Case Studies

Analyzing Faraday isolators in sophisticated optical systems

Qioptiq is a global manufacturer of sophisticated optical systems. The company is a pioneer in the field of photonics – one of the central growth markets of the 21st century. Its core business includes the development and production of customer-specific sub-systems and integrated system solutions which meet stringent technological demands. The company’s product range focuses on Information Technology & Communications, Health Care & Life Sciences and Industrial Manufacturing markets.

Kristiane Gans, an engineer in research and development at Qioptiq’ BU Laser Technology, is based in Munich where the company uses INTEGRATED Engineering Software when modeling its designs. “Qioptiq has been using AMPERES for six years, though I have only been working with it for the past three since I transferred to doing this research.”

AMPERES is an easy-to-use 3D magnetic field solver for applications such as clutches, solenoids, sensors, actuators, MRI and magnetic shielding. Fast and accurate, it can calculate force, torque, flux linkage and inductance. Its powerful parametric solvers allow designers to automatically vary and experiment with geometry, materials and sources, reducing the tedious and repetitive task of fine–tuning multiple design parameters.

Gans is working on Faraday isolators that are situated at the front of lasers. These ensure that the reflection back off the surface of elements in the optical path do not confuse the laser itself. “Our customers are mainly producers that use our products to develop lasers which cover a wide range of uses from medical to visual.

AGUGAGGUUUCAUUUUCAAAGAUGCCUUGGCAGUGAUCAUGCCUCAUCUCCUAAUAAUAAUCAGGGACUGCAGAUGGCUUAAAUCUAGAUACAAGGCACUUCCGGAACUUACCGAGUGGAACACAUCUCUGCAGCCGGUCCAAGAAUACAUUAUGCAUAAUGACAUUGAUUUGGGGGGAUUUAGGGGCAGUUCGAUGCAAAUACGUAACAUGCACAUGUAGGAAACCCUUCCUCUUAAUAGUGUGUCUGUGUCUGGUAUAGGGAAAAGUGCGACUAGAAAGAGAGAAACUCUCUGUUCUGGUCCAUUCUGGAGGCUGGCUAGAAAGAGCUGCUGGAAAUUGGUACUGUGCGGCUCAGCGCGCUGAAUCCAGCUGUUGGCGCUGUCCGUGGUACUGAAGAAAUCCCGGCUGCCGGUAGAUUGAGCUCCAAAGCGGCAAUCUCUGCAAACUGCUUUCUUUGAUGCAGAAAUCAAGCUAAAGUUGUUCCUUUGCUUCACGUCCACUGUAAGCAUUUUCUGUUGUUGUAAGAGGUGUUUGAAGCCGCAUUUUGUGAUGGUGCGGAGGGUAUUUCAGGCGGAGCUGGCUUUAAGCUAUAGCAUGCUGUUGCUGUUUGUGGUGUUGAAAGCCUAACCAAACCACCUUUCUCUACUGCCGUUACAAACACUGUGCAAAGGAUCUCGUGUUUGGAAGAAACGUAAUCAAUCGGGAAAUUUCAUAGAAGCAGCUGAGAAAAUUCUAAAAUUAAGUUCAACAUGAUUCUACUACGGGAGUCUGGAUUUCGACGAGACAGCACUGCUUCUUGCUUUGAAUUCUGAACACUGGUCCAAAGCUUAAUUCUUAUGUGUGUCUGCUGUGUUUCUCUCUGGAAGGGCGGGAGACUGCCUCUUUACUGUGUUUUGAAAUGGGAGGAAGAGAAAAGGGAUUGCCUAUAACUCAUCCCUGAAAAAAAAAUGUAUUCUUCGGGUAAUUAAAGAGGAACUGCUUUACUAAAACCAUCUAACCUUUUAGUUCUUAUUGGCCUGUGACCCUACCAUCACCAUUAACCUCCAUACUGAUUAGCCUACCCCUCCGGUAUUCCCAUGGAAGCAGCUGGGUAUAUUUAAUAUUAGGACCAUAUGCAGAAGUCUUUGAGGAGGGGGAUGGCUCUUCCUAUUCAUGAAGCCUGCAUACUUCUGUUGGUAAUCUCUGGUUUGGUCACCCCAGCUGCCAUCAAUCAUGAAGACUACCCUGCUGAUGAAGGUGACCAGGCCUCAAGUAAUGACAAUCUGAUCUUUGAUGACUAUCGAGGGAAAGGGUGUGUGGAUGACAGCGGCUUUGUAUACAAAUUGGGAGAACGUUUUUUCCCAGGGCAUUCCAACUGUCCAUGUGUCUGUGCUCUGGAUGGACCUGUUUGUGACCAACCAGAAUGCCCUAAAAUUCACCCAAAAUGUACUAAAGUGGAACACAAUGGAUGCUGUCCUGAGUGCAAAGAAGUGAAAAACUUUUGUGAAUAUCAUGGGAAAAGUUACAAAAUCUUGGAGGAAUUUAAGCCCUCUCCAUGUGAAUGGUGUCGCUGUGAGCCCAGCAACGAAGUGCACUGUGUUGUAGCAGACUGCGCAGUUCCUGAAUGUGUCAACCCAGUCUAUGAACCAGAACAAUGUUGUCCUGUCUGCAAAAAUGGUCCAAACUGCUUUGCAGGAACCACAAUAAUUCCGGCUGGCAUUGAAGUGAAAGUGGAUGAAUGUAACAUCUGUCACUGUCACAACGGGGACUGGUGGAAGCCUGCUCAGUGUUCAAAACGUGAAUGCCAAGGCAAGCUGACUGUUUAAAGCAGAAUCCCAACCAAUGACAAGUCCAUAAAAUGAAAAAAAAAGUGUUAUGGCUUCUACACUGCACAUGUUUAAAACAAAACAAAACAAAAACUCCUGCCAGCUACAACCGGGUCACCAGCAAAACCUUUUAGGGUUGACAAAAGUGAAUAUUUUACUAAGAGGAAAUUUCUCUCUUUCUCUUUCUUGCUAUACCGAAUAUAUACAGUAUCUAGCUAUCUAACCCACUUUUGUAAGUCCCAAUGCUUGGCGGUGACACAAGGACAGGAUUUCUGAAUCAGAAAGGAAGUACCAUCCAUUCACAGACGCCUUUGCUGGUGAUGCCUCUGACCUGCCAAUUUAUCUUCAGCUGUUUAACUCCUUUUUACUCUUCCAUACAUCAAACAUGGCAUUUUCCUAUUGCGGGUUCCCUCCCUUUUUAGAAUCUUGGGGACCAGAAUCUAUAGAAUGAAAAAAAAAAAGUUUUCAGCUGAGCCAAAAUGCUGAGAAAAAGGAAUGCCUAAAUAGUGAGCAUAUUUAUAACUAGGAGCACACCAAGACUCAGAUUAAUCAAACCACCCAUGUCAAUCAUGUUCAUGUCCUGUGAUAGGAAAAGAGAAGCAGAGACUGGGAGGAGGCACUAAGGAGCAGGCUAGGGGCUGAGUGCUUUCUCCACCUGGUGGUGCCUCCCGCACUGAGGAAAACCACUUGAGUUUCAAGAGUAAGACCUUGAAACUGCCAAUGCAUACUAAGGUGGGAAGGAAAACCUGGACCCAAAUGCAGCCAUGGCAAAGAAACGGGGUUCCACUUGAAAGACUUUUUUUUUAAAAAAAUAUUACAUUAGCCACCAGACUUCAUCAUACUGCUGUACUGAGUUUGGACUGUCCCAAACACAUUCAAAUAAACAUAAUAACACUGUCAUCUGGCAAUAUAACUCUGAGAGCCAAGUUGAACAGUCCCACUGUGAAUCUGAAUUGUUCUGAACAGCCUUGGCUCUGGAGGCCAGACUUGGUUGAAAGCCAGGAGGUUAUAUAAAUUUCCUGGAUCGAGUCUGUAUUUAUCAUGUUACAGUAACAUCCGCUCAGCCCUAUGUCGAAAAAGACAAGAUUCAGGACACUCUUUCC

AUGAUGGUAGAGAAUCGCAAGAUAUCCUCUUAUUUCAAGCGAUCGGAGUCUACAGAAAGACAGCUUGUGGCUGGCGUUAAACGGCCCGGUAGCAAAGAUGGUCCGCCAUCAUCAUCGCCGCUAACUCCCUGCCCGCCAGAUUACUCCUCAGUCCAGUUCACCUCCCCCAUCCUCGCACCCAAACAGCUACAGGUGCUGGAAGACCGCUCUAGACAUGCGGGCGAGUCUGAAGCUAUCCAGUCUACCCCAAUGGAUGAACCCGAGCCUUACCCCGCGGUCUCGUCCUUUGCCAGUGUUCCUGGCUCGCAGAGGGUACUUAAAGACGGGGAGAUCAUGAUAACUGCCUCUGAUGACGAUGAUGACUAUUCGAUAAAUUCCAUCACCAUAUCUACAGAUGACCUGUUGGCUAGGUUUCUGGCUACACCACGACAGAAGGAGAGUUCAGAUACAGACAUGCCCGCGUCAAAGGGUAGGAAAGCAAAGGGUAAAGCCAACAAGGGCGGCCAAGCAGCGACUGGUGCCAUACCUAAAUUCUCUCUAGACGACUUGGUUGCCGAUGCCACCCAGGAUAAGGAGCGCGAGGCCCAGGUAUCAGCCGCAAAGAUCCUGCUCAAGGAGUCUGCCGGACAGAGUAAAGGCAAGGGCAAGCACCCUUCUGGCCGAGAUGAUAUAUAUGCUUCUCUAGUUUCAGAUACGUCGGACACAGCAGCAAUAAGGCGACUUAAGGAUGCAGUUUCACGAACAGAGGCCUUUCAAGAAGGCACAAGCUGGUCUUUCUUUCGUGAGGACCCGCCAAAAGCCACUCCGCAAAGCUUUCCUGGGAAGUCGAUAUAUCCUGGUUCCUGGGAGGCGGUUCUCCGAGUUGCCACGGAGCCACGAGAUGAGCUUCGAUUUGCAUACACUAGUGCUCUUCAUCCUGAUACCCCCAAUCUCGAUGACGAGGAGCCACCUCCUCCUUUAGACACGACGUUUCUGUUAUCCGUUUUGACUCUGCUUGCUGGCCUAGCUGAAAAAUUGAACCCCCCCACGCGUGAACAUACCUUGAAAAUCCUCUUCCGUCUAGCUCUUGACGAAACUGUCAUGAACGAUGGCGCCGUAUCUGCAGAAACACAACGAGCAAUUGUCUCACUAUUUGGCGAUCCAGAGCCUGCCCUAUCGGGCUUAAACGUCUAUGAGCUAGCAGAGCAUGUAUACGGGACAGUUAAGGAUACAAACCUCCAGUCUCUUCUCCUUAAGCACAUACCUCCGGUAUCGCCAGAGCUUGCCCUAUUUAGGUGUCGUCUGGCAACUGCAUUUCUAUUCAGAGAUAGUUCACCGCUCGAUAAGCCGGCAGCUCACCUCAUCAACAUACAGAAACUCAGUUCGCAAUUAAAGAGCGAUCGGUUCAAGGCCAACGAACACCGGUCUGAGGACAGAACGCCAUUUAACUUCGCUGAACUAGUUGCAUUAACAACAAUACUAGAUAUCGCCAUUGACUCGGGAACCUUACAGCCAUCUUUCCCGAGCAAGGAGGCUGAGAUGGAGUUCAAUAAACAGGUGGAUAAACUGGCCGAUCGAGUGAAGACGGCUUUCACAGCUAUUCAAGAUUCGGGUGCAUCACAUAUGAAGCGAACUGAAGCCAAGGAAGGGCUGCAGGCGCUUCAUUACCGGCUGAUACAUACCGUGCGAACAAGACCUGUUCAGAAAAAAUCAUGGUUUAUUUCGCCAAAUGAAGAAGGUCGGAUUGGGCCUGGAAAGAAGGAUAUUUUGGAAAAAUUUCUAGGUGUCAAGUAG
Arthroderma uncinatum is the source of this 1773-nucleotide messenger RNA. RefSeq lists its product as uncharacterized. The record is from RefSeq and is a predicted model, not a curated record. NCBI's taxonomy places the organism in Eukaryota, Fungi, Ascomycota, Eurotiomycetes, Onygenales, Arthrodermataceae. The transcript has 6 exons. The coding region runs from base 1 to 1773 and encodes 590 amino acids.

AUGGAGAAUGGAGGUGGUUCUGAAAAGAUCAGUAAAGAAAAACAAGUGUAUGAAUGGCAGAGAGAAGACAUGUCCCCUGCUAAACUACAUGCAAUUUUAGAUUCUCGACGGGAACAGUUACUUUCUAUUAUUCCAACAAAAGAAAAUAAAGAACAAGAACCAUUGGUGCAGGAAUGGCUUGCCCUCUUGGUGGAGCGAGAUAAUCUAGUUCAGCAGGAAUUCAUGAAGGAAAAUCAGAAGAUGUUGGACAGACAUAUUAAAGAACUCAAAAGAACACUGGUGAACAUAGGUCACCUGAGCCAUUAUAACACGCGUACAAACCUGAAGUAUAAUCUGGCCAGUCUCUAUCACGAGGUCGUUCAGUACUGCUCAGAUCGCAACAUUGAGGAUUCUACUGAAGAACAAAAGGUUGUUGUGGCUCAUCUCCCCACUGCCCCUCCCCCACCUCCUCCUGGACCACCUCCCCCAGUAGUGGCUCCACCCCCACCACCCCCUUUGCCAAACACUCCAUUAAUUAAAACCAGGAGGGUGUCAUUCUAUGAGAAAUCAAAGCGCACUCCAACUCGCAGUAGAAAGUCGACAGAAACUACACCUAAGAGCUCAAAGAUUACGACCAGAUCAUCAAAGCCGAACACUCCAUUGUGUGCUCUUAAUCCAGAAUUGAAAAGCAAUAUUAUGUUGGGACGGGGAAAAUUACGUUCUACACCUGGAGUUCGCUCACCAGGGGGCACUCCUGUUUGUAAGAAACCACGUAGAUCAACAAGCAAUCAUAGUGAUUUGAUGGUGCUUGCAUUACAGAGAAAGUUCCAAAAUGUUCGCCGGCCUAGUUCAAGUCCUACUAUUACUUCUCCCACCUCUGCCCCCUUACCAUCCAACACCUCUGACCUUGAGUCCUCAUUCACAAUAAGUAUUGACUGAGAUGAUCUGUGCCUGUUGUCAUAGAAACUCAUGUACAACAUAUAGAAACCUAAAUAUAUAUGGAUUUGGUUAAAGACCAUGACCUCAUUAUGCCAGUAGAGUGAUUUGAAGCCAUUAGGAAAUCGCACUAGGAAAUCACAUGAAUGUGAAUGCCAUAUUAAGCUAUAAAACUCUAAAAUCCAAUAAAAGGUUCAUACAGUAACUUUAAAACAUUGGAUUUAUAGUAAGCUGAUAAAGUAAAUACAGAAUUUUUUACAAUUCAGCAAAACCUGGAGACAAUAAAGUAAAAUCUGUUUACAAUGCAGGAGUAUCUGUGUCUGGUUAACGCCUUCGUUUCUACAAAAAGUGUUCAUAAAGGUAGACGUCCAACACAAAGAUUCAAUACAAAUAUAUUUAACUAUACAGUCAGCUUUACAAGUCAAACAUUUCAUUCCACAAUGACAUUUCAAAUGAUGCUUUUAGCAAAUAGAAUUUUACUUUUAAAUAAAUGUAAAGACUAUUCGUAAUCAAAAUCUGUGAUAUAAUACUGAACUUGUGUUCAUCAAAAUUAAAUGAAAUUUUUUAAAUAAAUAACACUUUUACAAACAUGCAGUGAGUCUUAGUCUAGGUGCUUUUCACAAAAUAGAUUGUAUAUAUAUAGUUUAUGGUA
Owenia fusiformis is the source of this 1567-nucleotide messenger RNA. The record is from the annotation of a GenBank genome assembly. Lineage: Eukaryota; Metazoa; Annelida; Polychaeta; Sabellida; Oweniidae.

Faraday isolators are optical components which allow light to travel in only one direction and the mode of operation is based on the non-linear Faraday effect (magneto rotation). In principle, the function of an optical isolator is analogous to that of an electrical diode. The isolators are composed of three elements; the entrance polarizer, the faraday rotator and the exit polarizer.

Thin film polarizers are commonly used as entrance and exit polarizers, typically in form of a special polarizing beam splitter cube, and have an extremely high extinction ratio. Designed for use with high power lasers, the key element of the Faraday isolator is the Faraday rotator which consists of a strong permanent magnet containing a crystal with a high Verdet constant.

Light of any polarization entering the entrance polarizer exits as horizontally or vertically linearly polarized light. Since laser light is usually linearly polarized, one can match the orientation of the entrance polarizer and the laser by simply rotating the isolator. Light then passes through the Faraday rotator. For most wavelengths the crystal is a Terbium Gallium Garnet (TGG) crystal which is placed in a strong homogeneous magnetic field. The crystal length and the magnetic field strength are adjusted so that the light polarization is rotated by 45° on exiting the crystal.